The Non-Centre of Human Perception and the Limitations of Linear Logic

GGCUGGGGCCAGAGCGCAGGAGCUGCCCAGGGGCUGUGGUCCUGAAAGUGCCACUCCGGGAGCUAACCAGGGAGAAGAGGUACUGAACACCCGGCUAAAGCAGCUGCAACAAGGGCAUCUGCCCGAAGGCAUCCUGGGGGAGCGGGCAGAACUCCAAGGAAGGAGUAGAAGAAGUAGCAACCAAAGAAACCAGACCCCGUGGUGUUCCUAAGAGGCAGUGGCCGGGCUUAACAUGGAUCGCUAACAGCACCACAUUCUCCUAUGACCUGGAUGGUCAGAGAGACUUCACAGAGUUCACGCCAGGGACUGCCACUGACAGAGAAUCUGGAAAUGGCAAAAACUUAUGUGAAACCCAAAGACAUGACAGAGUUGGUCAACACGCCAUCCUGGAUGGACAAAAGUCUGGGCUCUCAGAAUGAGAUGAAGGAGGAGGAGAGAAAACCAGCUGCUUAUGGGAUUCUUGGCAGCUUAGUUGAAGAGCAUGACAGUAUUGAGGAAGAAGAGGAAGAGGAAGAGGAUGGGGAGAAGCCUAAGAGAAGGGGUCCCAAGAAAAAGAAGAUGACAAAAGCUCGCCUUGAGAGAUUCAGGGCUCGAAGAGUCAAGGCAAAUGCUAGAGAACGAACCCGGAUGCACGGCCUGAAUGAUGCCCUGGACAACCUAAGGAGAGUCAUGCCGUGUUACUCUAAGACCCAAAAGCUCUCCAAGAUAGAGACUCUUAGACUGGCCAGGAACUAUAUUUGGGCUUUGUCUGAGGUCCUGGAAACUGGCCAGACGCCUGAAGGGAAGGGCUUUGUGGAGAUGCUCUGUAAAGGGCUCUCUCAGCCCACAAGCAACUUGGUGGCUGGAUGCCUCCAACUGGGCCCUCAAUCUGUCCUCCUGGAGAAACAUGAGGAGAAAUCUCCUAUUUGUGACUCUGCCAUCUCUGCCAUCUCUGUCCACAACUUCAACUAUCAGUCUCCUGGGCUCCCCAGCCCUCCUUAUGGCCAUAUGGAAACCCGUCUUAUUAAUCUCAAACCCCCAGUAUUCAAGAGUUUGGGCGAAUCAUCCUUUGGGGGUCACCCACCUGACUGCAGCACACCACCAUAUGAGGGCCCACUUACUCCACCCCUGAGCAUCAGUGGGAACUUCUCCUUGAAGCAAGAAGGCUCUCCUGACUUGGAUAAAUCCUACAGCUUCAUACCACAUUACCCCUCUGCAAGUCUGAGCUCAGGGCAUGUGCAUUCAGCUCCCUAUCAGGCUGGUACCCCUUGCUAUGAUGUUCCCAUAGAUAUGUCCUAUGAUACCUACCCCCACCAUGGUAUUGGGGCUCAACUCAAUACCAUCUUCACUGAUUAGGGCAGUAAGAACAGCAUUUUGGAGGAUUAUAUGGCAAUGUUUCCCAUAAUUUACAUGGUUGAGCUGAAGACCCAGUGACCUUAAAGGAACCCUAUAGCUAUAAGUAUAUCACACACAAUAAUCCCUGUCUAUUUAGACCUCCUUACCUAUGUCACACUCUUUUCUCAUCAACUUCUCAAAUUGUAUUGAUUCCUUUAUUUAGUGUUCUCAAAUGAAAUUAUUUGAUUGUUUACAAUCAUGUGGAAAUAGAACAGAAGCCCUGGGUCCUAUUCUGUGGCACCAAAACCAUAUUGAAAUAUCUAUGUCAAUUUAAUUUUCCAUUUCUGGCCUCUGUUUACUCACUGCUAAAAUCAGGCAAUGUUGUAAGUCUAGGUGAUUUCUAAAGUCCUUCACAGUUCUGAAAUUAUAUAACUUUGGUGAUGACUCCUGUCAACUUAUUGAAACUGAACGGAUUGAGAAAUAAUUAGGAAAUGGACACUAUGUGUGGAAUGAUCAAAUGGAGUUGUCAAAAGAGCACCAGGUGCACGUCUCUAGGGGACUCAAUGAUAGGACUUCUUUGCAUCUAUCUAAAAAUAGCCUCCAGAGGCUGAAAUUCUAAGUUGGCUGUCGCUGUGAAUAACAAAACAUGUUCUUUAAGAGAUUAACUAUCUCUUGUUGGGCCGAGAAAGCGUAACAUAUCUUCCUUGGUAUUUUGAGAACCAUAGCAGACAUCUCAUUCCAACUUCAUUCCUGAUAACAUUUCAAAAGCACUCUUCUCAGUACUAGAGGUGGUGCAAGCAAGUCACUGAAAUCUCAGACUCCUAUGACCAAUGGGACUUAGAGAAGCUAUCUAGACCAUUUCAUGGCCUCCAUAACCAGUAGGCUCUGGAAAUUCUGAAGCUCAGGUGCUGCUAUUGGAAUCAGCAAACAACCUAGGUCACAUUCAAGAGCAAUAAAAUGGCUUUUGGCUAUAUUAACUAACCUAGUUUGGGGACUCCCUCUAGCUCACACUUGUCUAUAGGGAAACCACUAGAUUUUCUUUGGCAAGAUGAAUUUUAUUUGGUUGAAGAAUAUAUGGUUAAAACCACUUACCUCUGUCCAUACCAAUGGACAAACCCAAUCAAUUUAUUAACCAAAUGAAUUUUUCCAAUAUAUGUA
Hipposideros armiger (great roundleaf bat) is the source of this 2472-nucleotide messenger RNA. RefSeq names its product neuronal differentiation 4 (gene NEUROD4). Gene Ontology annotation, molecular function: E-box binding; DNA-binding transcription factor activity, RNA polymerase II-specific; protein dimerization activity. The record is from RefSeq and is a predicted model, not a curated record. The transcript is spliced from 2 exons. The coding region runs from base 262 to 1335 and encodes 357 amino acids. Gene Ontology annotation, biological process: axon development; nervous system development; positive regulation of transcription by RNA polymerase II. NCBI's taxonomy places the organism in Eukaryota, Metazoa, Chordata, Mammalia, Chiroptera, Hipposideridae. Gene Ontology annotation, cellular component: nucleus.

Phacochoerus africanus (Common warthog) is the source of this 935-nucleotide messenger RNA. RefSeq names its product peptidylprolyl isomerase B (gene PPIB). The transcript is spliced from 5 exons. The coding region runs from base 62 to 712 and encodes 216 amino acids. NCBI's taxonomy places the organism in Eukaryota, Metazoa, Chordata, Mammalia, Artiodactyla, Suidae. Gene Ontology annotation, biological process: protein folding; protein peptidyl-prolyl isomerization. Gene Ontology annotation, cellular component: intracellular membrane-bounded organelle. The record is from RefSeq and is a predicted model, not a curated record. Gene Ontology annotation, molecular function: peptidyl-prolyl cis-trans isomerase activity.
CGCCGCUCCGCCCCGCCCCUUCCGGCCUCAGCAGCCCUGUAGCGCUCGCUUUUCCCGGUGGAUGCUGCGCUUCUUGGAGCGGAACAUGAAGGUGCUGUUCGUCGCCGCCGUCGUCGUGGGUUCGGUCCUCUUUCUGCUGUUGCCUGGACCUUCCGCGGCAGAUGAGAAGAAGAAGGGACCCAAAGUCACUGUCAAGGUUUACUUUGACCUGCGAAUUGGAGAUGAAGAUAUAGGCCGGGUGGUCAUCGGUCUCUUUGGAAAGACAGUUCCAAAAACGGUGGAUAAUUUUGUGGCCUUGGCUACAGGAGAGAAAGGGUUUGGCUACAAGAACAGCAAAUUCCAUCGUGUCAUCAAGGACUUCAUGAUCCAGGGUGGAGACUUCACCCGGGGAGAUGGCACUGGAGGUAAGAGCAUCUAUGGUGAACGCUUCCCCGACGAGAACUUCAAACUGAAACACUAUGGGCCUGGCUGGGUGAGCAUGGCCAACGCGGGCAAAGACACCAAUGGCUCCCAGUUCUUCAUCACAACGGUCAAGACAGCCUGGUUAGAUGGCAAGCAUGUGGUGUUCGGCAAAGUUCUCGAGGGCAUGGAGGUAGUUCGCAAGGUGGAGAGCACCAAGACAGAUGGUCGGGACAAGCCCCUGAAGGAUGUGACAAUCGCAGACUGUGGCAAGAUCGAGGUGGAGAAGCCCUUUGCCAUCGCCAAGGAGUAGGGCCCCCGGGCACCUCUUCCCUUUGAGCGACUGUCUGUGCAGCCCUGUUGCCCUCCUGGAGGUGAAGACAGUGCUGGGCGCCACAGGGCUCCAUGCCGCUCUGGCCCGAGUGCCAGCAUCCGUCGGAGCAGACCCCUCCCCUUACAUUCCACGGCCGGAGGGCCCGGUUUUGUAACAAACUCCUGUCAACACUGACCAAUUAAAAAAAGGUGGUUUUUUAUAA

Before the ‘Big Bang’, space and time did not exist. Following the ‘Big Bang’, time and space existed simultaneously – everywhere. It is after the ‘Big Bang’ event that human logic and reason came into being (once the human brain had evolved to generate logic and reason). In reality, everything is ‘relative’ to the observer (as Einstein observed), and the Earth is the centre of human perception when the universe is observed (because the Earth is where humanity happens to be), but this does not mean that Earth is the centre of the observable universe. The universe appears to be expanding by 1 light year per year – but in reality it is expanding faster than light can travel (the dark energy at the edge of universe is travelling faster than light). It is probably correct to state that human perception has no definite ‘centre’, and that notions of ‘individuality’ and ‘I-ness’ are merely transitory social-cultural constructs, that have no meaning within universal reality. Linear logic is vitally important for the development and progression of human science and understanding, but prior to the ‘Big Bang’ – during the existence of the ‘initial singularity’ – the conditions that generate and support human logic did not yet exist, and cannot be defined, understood or limited to human logic today. This is why linear logic can be used in a reverse manner, working backwards toward the point of the ‘Bing Bang’ in time and space, but which cannot ‘penetrate’ the ‘Big Bang’ with conventional reason, and directly perceive that state which existed a moment before the ‘Big Bang’. The human brain appears to have evolved to perceive the observable universe in a manner that directly represents the time-space conditions that came into being directly after the ‘Big Bang’ – with the caveat that logic and reason is being used to try to understand that state of reality which immediately preceded the ‘Big Bang’, conditions that cannot be adequately defined (or ‘limited’) by logic and reason. The human brain did not exist during or prior to the ‘Big Bang’, and so did not evolve the perceptual abilities to directly understand this experience. In reality, human logic and reason is being used ‘after the fact’, to understand conditions that are not suited to its own evolutionary (developmental) circumstance. This suggests that Einstein’s theory of general relativity is correct only in the ‘post-Bing Bang’ state (i.e. the universe we all inhabit), but breaks down both during and immediately prior to the ‘Big Bang’. Ironically, it is by the use of logic and reason that this understanding is arrived at, and it could be that a ‘new’ way of using the human brain-mind nexus is just around the next evolutionary corner, as infinity has no discernible ‘centre’.

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